When I think about oil consumption, I immediately think of gasoline and how much I drive. And I often feel pretty good about it because I drive a relatively fuel-efficient car. But oil is part of plenty of other products in our lives too.
Seattle, the city in which I live, recently has banned plastic bags, which are made from oil, and also prohibits restaurants and grocery stores from using Styrofoam (oil-based) containers for take-out food. A lot of people would agree that society’s heavy dependence on oil has some negative consequences, which means we are happy about improving fuel efficiency and avoiding Styrofoam cups.
But when I look over a list of everyday items made from oil, I am struck by how many of them we might use just in the first hour of a typical day. For starters, the pillow I sleep on likely contains oil products. I wake up every day to the sound of my iPhone alarm at 6:30 a.m., and the phone’s parts and the plastic encasing it wouldn’t exist without oil. It’s a similar story for my shower curtain, shampoo, and bath soap. My toothbrush, toothpaste, and the container that holds my floss are made of oil. Same goes for my deodorant and moisturizer. My hair dryer and brush are plastic, so we can add them to the list. Lots of cosmetics contain oil, so if I wear lipstick or nail polish, there’s another one. If the clothes I put on contain synthetic fibers or my shoes have rubber soles, they too contain oil.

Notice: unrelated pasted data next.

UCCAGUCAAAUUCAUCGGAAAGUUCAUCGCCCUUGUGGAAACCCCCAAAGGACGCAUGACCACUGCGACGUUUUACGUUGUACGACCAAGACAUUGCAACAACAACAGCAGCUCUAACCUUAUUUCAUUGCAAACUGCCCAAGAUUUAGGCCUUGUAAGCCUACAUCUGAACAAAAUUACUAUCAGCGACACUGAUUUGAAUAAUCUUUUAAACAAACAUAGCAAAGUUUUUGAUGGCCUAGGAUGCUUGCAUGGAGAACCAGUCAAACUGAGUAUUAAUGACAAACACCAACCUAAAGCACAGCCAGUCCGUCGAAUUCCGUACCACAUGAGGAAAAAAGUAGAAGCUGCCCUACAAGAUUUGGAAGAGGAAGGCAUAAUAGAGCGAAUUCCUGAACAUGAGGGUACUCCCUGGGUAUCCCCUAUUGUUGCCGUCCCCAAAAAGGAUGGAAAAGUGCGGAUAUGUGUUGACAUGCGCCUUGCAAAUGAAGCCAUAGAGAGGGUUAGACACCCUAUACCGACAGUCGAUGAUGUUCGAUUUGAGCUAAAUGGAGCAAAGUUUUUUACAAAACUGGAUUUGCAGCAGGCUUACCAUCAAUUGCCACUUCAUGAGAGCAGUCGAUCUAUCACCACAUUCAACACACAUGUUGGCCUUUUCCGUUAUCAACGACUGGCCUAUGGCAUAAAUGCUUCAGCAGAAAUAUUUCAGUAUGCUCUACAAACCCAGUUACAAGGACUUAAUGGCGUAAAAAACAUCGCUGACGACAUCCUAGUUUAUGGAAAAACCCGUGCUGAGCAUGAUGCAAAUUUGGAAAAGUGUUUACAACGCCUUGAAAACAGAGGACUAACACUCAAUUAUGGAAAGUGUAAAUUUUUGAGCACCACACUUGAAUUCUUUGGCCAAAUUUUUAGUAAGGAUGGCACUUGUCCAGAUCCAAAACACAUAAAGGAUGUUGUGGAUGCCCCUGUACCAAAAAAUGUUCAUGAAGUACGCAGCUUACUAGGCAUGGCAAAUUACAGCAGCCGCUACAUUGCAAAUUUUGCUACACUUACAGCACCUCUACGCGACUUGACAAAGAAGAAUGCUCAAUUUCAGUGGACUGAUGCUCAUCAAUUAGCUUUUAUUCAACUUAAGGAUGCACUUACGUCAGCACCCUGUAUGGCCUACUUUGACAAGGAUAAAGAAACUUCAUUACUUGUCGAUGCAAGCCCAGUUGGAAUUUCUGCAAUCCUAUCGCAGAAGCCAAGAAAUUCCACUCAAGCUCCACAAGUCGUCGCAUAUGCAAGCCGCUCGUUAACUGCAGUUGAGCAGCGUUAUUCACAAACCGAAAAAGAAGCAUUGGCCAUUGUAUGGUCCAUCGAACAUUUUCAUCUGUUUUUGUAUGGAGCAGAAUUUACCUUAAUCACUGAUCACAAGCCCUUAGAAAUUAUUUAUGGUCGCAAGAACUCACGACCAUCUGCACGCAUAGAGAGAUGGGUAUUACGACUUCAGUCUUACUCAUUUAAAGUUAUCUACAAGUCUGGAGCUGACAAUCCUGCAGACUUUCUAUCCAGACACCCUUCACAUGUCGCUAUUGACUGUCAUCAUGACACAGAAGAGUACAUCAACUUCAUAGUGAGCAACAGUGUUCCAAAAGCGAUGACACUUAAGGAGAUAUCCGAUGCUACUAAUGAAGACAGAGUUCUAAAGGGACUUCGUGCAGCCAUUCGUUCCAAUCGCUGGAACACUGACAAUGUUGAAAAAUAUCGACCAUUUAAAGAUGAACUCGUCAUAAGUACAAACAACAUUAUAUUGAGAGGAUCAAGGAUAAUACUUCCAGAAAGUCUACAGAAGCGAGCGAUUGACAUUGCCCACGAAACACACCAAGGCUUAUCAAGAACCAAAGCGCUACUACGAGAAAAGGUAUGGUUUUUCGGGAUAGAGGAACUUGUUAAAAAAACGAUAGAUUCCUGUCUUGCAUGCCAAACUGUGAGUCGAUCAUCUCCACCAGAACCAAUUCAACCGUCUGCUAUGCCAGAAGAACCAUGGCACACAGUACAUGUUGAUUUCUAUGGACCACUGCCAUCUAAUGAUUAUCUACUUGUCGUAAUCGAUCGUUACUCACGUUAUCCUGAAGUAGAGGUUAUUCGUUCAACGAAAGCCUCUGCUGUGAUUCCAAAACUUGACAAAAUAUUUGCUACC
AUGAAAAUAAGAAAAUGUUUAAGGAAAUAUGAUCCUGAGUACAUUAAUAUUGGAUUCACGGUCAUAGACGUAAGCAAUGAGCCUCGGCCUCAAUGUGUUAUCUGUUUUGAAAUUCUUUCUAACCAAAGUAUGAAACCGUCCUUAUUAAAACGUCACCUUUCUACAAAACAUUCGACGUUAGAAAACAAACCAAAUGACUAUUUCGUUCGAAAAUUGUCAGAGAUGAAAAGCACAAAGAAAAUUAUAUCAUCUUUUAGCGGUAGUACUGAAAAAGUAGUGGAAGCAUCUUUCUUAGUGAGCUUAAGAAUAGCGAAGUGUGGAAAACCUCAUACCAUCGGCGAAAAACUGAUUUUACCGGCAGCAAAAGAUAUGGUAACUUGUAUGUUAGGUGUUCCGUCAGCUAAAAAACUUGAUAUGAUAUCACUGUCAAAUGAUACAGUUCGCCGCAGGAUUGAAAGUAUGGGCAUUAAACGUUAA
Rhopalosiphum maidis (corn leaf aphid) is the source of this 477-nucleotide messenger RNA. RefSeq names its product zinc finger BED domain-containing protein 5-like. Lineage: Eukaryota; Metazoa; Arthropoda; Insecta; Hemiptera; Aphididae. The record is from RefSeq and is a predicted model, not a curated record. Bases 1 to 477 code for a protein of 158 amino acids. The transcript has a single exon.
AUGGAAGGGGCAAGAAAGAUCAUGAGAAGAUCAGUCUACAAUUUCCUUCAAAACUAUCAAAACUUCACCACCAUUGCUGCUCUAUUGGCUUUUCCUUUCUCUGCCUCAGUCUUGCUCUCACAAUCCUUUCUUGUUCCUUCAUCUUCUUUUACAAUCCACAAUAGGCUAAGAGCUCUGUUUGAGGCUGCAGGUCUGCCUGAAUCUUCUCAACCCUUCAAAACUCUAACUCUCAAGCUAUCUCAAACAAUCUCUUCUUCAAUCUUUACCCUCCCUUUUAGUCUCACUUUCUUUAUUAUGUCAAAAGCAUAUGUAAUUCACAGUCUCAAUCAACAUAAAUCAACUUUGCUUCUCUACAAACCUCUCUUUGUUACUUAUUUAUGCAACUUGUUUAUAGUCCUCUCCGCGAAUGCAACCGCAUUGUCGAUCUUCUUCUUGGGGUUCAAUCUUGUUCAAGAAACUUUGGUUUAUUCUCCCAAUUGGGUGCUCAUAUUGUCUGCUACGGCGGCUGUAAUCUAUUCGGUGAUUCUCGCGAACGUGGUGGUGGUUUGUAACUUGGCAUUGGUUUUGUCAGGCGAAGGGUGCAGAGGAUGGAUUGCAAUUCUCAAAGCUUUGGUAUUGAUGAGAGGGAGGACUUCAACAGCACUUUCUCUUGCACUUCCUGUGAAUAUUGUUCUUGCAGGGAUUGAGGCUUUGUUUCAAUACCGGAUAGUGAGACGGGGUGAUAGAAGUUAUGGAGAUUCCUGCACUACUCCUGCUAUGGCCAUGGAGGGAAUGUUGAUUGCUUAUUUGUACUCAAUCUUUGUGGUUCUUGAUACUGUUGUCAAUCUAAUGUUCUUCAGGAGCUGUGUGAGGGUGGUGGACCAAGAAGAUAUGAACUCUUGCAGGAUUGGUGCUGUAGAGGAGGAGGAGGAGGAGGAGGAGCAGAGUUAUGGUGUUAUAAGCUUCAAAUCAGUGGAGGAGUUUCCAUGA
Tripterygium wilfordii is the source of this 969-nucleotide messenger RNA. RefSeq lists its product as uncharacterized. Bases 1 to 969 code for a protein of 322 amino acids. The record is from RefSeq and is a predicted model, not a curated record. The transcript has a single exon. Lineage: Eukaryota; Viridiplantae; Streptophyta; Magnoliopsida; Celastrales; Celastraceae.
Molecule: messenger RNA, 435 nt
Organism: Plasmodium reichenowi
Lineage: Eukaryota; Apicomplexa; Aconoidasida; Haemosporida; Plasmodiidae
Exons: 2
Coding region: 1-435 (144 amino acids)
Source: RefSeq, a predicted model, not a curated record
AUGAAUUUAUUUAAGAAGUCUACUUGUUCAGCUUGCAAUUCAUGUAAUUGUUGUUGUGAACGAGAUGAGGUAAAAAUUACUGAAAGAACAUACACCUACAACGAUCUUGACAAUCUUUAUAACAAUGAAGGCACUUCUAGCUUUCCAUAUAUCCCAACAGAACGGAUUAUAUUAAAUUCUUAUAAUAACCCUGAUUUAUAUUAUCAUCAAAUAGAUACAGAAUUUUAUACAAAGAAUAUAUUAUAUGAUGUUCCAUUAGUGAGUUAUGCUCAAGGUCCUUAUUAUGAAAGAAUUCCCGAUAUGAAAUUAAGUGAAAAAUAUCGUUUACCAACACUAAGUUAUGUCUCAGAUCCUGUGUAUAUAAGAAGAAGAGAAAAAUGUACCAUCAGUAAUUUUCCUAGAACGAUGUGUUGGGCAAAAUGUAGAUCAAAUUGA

So I grab my sunglasses (made of plastic) and head for my car, which has plastic parts, enamel, and tires that all were derived from oil, and—we can’t forget—the gasoline that still powers it, however efficiently. By now, it’s 7:30 a.m., and I have used at least 20 products that are manufactured with oil, and I haven’t even made it to the coffee shop yet, where, thankfully, my coffee will come in a paper cup (but with a plastic lid).
Because oil plays such a huge role in most of our lives in the U.S., companies are drilling and transporting a lot of it in marine waters. That means that when accidents happen, oil can—and does—get spilled into the marine environment.
Scientists at the Office of Response and Restoration prepare for and respond to these oil spills: forecasting the movement and behaviors of spilled oil and chemicals, evaluating the risk to natural resources, and recommending the best cleanup measures. That means that we need to understand oil in order to deal with it properly.
Our society’s relationship with oil is complex. For something that is so pervasive in our lives, many of us actually do not know much about it. In a series of blog posts over the next several months, stay tuned as we delve into a variety of topics, including what oil actually is, what makes it so useful, and why it can be so toxic in the marine environment.